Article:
maintained that the House ought not to sanction a vote for the payment of any of the expenses of carrying on the Queen's trial, nor even for any of the contingencies, until they knew what they might comprehend. He wished to know whether the late king had made a will; because if he had not, his property should belong to the public, and some of it might be applied to the payment of the expenses incidental to that disgusting prosecution. The hon. member then went into other items of the contingencies, and maintained that they could not be classed under that head of expenditure which the chancellor of the exchequer had said could not be foreseen; for there were several of them which must have been known beforehand. Among these he objected to the charges incurred under the Alien act, that un-English law. The expenses of the Insolvent court ought also to have been more fully detailed. He maintained that the non-production of estimates for these, and many other items, the nature of which was well known beforehand, was, a breach of that confidence which had been reposed in ministers. He next adverted to the expenses of our foreign ambassadors, which, he maintained, were much too large. A great saving might be effected by curtailing the expenses of our public purse. On the present occasion Embassies to the courts of minor powers, bethought the House would do well to The next item upon which he should have to observe was one of 6,241l. to pay the composition for an action brought against colonel Maxwell, governor of Sierra Leone. This gentleman, it appeared, had employed the force under him to clear the Rio Pongas of certain individuals; one of whom, upon his return to this country, had obtained a verdict, finding for him damages to the amount of 12,000l. or 13,000l. This amount had been com- pounded; and he should, say that, taking this sum, the charge For expenses on the Queen's trial, and the charge of the Alien-office, with one or two other items which he had noticed, amounting to 80,000l.:he felt justified in proposing, as an amendment that ministers should have At their disposal only 200,000l. instead of 280,000l.

Mr. Brougham

agreed with his hon. friend in the general principle which he had laid down with respect to the civil contingencies. His majesty's ministers were certainly bound, whenever they foresaw the amount of the Sums to be expended, to put them in the form of an estimate for the House, and to give an Opportunity of their being previously discussed; With respect to governor Maxwell, his hon. friend seemed to suppose that the verdict was given on the merits of the case against governor Maxwell, and that twelve honest men had on those merits decided against him; but the presumption upon the primâJacie case was Very different from the fact. A person of the name of Cooke, who brought the action, and two others were notorious slave dealers, and had continued the trade after the act of 1811, which made it felony. Those persons were guilty of great cruelty, and possibly deserved to have been put on their trial for a higher crime, but were only indicted at Sierra Leone for slave-trading; they pleaded guilty, and Cooke was sentenced to fourteen years transportation. He was brought home, and while in the hulks, it was discovered that the court which tried him had no jurisdiction. As no commission had been sent out, this objection was fatal, and made the case of Cooke a legal subject of compensation. He had in Sierra Leone admitted the fact, and the jurisdiction of the court; but here he pleaded, that he was an American, and not a British subject, and that the Court had no jurisdiction; an act not so much of mercy as of severe justice then took place in the liberation of this man. Cooke then brought an action for damages against governor Maxwell, under whose authority the seizure was made. There Could not be the slightest doubt, under the circumstances of the case, that he must obtain damages, for the record of his conviction could not be received in evidence against him, as it was a nullity. It was not even tendered in court, for which he was sorry, as that would have brought the real merits of the case under the notice of the jury. Damages were given for the sum laid in the declaration; but the persons who got the award knew the nature of their case so well, that they were willing to compromise the matter, and to take 6,241l.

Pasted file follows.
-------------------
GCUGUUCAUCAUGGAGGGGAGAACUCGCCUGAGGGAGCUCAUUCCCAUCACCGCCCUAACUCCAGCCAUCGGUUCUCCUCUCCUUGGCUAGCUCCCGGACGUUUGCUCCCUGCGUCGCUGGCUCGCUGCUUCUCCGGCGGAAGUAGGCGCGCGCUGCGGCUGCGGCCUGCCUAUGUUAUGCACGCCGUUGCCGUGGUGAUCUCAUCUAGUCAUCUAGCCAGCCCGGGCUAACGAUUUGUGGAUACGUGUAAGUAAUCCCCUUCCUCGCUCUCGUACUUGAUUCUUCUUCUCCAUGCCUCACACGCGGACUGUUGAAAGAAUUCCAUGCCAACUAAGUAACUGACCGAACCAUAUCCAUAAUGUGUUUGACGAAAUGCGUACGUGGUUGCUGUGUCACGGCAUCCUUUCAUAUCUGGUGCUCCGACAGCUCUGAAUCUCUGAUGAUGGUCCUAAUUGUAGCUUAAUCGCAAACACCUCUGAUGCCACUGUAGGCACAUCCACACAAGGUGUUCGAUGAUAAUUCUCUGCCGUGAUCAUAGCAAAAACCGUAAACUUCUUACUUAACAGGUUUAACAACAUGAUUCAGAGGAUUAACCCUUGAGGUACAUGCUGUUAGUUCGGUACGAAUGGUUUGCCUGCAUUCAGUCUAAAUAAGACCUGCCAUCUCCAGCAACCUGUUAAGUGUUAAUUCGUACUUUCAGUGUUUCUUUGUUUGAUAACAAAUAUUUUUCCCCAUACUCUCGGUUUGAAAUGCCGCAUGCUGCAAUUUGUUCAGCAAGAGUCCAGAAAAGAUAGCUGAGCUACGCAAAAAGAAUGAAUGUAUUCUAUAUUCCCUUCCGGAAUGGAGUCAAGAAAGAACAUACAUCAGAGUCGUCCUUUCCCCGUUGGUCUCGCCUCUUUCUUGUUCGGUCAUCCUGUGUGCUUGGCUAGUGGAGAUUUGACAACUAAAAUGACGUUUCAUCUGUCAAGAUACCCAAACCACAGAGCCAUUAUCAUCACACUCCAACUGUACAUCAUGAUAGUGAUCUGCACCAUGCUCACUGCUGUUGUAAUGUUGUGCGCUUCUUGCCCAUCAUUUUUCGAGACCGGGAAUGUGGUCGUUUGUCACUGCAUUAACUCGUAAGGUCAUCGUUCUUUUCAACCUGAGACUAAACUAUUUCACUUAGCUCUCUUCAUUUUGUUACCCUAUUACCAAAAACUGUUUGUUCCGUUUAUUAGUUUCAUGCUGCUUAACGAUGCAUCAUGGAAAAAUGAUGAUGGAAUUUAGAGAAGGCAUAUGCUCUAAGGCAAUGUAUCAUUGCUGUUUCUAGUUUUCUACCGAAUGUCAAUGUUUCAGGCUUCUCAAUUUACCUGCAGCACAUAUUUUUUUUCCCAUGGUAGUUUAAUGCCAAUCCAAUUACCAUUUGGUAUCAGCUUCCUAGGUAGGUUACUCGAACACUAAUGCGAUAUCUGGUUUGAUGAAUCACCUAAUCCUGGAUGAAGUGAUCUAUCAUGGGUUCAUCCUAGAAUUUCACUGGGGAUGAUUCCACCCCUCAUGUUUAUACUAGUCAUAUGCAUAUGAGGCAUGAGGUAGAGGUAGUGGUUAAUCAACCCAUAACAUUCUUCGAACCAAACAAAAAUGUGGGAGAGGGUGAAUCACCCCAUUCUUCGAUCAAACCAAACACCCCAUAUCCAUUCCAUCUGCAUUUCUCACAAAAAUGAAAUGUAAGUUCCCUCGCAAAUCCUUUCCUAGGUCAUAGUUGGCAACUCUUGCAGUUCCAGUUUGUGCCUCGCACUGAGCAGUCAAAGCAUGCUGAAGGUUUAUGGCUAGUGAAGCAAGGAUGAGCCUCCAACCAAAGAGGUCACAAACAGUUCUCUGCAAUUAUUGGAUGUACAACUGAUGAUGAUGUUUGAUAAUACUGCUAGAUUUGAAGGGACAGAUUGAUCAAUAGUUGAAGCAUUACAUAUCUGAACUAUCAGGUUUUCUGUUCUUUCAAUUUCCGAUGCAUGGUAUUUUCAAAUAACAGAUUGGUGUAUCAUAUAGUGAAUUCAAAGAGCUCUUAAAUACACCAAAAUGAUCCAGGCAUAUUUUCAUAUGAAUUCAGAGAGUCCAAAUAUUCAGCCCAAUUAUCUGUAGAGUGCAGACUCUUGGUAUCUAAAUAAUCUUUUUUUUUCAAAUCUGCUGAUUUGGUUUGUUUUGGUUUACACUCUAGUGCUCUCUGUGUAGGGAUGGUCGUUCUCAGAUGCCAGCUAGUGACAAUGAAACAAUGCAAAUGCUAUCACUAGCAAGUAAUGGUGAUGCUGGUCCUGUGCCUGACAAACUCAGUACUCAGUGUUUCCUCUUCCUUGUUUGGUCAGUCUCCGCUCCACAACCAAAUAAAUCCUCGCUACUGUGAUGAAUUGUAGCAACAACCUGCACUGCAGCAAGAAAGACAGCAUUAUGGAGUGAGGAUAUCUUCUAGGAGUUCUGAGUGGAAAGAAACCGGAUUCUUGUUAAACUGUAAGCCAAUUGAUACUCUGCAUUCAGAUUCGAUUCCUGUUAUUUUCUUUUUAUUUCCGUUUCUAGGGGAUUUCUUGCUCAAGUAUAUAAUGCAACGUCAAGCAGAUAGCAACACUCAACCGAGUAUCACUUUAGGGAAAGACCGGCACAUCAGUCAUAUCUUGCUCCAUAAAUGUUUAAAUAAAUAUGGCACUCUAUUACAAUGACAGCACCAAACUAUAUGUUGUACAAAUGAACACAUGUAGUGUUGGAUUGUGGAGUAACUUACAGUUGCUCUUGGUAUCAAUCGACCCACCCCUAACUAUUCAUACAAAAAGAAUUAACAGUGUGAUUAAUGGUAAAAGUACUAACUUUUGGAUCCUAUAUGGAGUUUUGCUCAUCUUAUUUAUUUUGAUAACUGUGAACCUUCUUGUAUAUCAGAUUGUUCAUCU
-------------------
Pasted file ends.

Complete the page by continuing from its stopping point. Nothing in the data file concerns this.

Mr. Arbuthnot

agreed, that it would be better to avoid as much as possible leaving sums of money to be granted under heads of service to which they did not belong. He was willing to admit that there were many charges in the present estimates, which might have been more appropriately placed, and which would for the future be so disposed of.

After some further conversation, the committee divided: For the Amendment, 77; Against it, 106. Majority, 29.

List of the Minority.
Allen, J. H. Lennard, T. B.
Anson, hon. G. Lushington, Dr.
Astell, W. Lester, B. L.
Bernal, R. Maberly, J.
Boughey, sir J. F. Macdonald, J.
Barham, J. F. Martin, J.
Benett, J. Milbank, M.
Barrett, S. M. Milton, visct.
Benyon, Benj. Moore, Peter
Birch, Jos. Newman, R. W.
Brougham, H. Newport, rt. hon. sir J.
Bright, H.
Bury, viscount Palmer, C. F.
Chaloner, R. Parnell, sir H.
Carter, J. Powlett, hon. W.
Cavendish, H. Pryse, P.
Concannon, L. Portman, E. B.
Crespigny, sir W. De Plumber, John
Crompton, S. Robarts, A.
Creevey, Thos. Robarts, G.
Calthorpe, hon. F. G. Rowley, sir W.
Corbett, Panton Rumbold, C. E.
Davies, T. H. Rice, T. S.
Denman, T. Rickford, W.
Duncannon, visct. Smith, hon. R.
Evans, Wm. Smith, W.
Fergusson, sir R. Smith, J.
Fitzroy, lord C. Smith, R.
Gordon, R. Taylor, M. A.
Grattan, J. Tierney, rt. hon. G.
Grant, J. P. Tremayne, J. H.
Griffiths, J. W. Tennyson, C.
Guise, sir W. Wharton, John
Heron, sir R. Whitbread, S. C.
Harbord, hon. E. Williams, W.
Hill, lord A. Wood, ald.
Hume, Joseph Wilson, Thomas
Hutchinson, hn. C. H. Whitmore, W. W.
Johnson, col. TELLER.
Jervoise, G. P. Bennet, hon. H. G.